From the Desk of Mayor Brian P. Sullivan Pothole Season- A New England Tradition

WESTFIELD – Bitter cold, snow storm, ice storm, thaw, re-freeze, rain, rinse, repeat. That pattern is a New England tradition as reliable as football in February. And it’s a tradition that exacerbates the deterioration of our city’s streets. Potholes have blossomed across the City and it’s a reality faced by cities and towns across Massachusetts.

It’s not unique to Westfield, but we are working hard to turn the tide. New strategies, new equipment, new maintenance techniques, and dedicated funding have helped us to start fighting back in this constant battle to improve our streets. Needless to say, we may have started, but we have a long way to go.

In 2017, with leadership from the Engineering Department and the Department of Public Works, for the first time in over a decade, we developed a long-range pavement management plan, where we employ cost-effective preventive maintenance strategies to lengthen the life of our paved roadways. For too long, preventive maintenance was a victim of the City’s budget ax. Rarely did we see cracksealing done, never before had we done microsurfacing like was employed on Union Street last summer. In the fall, we crack-sealed South Maple Street and much of downtown, including Elm Street and Main Street.

Over the past twelve months we’ve spent $435,000 on preventive maintenance. This is being done in an effort to keep our roads in good shape for longer periods of time. While it feels like only yesterday, Main Street was fully reconstructed in 2010. Seven years later, cracks begin appearing. With winter’s temperature swings and heavy rains these cracks can swell and allow water to penetrate under pavement compromising the road subsurface, resulting in potholes. Rather than allow that to happen, we are working proactively to change the culture around road maintenance. Let’s spend a little bit earlier in the road’s useful life to avoid bigger bills later.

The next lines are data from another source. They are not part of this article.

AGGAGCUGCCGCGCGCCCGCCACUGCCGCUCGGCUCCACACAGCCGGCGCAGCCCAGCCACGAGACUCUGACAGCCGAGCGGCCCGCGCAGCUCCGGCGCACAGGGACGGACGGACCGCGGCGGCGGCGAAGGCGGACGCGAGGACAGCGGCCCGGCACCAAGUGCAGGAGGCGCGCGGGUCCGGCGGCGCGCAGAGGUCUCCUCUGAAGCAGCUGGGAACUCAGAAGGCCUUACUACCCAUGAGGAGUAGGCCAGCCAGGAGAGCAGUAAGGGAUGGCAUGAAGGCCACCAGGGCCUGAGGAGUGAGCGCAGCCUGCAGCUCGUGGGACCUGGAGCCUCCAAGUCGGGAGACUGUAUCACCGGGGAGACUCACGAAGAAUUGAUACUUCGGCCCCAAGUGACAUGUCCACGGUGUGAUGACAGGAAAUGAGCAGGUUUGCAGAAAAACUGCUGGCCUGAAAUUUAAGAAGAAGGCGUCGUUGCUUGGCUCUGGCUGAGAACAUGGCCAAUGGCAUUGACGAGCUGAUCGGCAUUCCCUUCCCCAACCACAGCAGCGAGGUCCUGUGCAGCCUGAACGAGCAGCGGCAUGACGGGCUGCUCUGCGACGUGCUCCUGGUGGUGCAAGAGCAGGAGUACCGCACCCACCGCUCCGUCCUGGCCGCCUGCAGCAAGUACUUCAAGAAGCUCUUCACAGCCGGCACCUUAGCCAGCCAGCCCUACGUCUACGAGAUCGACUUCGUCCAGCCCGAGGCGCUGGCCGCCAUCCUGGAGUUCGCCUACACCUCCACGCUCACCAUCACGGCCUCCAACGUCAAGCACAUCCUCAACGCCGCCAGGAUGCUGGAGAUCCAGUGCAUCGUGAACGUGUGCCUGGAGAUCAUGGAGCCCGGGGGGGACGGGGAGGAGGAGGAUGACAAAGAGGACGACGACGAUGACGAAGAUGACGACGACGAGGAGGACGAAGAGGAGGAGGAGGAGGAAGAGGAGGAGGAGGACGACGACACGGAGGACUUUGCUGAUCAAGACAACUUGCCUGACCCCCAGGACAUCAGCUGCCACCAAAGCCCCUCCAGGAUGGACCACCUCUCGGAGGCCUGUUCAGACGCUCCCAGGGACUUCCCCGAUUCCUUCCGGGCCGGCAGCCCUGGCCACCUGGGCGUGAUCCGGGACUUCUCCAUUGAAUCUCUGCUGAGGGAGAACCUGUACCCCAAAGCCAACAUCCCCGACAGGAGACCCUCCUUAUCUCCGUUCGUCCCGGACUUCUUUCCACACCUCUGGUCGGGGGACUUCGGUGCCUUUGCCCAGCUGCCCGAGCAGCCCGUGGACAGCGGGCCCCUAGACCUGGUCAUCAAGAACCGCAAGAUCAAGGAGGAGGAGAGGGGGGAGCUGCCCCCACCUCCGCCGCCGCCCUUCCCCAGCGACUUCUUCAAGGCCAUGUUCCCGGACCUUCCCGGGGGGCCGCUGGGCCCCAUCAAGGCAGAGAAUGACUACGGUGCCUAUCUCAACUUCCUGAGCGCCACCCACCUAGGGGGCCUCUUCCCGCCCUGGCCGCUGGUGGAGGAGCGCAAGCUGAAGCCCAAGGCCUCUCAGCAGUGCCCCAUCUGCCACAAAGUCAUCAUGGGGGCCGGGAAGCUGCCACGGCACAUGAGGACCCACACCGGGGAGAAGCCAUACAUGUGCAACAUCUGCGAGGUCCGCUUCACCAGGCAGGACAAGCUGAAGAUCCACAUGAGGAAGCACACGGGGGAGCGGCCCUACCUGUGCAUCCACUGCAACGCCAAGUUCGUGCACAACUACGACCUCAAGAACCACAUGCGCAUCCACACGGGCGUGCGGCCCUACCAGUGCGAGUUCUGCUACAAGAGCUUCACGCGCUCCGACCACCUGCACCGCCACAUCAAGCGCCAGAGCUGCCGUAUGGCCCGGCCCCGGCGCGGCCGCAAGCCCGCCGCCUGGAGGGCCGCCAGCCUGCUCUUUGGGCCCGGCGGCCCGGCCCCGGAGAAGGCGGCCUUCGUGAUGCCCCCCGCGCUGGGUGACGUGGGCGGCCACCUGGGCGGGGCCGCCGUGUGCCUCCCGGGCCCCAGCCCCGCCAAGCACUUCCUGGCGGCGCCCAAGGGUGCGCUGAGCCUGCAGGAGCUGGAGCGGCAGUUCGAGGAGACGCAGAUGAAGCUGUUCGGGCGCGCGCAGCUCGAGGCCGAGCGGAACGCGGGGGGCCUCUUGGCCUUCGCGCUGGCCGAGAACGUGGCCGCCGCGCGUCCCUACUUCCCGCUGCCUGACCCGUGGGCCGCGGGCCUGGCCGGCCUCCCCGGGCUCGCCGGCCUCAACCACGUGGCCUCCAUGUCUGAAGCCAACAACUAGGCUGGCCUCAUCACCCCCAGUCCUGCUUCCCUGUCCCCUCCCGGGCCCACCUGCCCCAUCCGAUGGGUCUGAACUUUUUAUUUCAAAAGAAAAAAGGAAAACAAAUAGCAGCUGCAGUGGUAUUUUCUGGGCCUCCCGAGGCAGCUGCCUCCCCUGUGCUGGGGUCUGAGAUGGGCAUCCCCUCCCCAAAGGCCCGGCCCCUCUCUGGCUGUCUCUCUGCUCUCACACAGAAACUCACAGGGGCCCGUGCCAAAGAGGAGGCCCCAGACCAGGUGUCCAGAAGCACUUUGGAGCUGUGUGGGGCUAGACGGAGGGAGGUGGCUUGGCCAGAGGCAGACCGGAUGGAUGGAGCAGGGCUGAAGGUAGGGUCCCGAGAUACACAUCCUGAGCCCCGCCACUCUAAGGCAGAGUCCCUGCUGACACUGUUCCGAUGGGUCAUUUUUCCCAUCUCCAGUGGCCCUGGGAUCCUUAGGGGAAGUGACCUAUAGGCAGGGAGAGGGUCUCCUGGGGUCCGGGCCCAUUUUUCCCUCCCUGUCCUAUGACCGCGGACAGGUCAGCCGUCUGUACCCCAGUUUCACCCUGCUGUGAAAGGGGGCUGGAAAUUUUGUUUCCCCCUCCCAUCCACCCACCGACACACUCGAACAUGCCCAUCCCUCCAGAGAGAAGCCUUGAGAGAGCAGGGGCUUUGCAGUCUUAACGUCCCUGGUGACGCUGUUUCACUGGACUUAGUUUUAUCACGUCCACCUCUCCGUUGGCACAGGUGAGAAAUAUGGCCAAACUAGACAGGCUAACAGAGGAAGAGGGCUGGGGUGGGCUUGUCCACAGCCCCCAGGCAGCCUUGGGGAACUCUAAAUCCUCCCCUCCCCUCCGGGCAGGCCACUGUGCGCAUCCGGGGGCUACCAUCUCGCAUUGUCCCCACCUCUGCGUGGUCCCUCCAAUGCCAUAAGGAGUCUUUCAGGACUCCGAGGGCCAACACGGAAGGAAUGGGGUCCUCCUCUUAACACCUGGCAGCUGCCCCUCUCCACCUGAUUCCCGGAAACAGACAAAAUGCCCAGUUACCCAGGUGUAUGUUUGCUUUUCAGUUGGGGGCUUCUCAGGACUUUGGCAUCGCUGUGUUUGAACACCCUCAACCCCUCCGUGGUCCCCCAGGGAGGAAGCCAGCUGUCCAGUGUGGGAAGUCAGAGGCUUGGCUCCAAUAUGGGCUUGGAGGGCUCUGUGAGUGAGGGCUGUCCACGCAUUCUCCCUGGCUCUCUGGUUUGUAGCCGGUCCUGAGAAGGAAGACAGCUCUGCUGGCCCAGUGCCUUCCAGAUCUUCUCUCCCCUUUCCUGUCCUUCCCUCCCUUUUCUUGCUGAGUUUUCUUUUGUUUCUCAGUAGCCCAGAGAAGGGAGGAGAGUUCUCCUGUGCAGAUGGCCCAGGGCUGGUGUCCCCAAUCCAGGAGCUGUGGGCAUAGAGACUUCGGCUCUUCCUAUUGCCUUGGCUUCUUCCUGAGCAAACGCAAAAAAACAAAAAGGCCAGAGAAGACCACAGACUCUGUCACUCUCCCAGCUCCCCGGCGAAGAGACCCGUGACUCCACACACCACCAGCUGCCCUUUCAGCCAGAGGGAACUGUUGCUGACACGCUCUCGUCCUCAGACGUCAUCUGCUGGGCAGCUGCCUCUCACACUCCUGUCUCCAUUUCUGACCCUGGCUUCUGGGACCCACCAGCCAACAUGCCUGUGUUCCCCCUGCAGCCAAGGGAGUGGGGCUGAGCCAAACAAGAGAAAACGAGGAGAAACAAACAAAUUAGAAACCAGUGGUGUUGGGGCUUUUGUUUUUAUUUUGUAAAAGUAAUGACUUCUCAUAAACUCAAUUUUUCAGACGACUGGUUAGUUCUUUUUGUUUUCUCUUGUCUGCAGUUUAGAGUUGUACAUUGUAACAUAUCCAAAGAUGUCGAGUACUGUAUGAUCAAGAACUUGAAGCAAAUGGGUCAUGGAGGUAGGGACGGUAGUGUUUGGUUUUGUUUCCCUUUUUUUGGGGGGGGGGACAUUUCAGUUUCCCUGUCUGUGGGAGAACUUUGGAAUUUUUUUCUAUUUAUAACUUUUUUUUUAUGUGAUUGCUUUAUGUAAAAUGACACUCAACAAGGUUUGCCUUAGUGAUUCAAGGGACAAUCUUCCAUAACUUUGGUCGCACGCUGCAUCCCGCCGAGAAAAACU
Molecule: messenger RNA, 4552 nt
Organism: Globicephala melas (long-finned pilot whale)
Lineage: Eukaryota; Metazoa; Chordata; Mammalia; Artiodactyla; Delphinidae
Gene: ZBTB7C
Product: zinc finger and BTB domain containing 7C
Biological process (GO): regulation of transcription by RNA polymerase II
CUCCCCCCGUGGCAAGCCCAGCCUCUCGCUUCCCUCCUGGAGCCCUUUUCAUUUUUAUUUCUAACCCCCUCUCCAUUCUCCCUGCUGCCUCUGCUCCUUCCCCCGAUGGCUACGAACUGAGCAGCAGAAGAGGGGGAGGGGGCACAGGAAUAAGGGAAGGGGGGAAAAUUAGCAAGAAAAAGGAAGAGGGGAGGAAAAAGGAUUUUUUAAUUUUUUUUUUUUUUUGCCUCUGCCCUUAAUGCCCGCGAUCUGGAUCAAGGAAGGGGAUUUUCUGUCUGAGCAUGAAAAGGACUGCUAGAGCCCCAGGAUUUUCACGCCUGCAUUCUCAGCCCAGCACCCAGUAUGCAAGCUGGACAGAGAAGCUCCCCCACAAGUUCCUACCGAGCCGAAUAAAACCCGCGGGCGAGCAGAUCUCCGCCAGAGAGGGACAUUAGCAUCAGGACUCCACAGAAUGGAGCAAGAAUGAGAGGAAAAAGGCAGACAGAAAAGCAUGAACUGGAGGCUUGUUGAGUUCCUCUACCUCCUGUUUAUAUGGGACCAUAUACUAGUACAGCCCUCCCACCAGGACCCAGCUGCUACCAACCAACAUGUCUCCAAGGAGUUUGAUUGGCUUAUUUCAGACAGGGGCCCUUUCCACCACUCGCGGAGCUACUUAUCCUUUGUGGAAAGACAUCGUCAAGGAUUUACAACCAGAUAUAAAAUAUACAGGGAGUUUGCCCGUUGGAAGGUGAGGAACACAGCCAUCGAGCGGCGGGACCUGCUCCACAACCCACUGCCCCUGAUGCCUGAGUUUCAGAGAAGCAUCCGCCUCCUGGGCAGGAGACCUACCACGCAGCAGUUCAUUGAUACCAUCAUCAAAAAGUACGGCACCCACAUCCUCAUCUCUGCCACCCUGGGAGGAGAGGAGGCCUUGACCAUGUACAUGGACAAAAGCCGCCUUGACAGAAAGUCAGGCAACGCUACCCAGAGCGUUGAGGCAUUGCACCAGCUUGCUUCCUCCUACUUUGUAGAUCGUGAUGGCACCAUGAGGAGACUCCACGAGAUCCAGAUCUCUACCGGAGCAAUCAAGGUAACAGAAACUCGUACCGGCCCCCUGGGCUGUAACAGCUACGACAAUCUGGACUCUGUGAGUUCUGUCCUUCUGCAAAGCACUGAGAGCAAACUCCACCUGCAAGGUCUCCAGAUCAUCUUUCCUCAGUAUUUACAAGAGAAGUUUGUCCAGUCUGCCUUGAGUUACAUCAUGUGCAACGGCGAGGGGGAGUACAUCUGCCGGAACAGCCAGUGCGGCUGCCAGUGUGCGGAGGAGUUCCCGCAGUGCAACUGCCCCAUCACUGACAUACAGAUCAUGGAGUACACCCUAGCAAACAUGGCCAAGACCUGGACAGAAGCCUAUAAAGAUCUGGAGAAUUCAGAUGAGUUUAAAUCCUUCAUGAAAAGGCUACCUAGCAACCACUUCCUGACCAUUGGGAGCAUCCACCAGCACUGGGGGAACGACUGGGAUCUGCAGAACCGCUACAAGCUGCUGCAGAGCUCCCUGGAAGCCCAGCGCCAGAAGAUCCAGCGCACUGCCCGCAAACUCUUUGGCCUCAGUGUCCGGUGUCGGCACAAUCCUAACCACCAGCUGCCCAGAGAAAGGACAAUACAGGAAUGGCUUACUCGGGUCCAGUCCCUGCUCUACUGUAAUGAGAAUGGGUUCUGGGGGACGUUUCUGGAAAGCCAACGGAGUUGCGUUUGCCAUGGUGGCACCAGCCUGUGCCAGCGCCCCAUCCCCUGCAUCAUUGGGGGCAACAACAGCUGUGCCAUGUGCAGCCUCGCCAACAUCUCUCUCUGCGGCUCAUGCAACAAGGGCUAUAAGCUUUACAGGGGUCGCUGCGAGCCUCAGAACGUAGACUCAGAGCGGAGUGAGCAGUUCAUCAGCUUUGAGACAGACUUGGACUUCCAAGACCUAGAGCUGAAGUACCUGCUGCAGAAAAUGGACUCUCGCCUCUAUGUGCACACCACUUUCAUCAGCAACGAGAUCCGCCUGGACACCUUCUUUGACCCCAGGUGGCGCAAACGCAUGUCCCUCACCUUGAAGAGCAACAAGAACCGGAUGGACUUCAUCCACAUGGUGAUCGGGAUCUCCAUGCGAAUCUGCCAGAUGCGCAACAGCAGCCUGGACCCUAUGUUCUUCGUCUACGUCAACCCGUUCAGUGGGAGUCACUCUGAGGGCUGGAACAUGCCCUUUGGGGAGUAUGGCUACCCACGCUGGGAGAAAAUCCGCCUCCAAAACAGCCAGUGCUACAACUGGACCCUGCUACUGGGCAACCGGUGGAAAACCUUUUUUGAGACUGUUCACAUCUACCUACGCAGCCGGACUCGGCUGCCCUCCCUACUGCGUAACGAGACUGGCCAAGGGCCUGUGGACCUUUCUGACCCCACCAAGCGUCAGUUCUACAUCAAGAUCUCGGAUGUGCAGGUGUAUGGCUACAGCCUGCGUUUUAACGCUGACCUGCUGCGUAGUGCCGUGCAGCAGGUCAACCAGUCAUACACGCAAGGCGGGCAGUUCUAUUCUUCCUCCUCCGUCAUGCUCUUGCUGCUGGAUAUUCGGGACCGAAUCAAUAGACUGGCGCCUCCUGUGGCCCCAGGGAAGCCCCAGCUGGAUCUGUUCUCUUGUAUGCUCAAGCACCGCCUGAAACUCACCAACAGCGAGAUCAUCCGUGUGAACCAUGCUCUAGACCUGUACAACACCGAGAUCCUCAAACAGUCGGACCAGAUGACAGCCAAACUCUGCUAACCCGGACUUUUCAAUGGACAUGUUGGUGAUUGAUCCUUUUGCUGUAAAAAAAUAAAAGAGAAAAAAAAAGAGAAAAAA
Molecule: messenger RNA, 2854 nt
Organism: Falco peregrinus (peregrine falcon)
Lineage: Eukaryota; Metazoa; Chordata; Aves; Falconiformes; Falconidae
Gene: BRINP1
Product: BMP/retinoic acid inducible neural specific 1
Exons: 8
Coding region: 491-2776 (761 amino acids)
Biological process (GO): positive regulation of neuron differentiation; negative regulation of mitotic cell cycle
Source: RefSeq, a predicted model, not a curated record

Available funds for road maintenance and reconstruction are limited, but come from various sources. We are fortunate in Massachusetts to receive Chapter 90 road repair assistance from the state annually. The amount over the past five years has typically been around $1.2 million annually. Since 2000, the cost per ton of asphalt has more than tripled, from $25 per ton to $80 per ton.  Chapter 90 has doubled from $600,000 to $1.2 million.  All this means that our purchasing power has declined dramatically.

We also program some local tax funds to help with construction. These funds come from several line items throughout the budget, but mostly they come from the DPW-Highway Department’s Purchase of Services and Construction accounts. In FY16, the City spent $348,196 in those accounts. In FY18, our revised budgets have those accounts totaling $532,185. These increases are directly due to funds made available due to revenues received from the local-option meals tax, which was adopted in 2016. The meals tax brought in just over $150,000 in FY17 and so far this year has raised $259,000.

Admittedly, we still aren’t doing as much as we’d like. As I said, the goal of all of this is to get to a point where this preventive maintenance pays off in longer road life spans, thus allowing our dollars to go a little further. Milling and repaving costs about $300,000 per mile, and Westfield has over 200 miles of roads. Further, milling and paving will not solve the problems posed by our most deteriorated streets where drainage systems may need to be installed and could drive the cost well into the millions.

The bottom line is that we are doing our best to balance competing priorities, and road improvement remains at the top of our list. Pothole season came about six weeks early this year, but we’re working hard to make this difficult season bearable.

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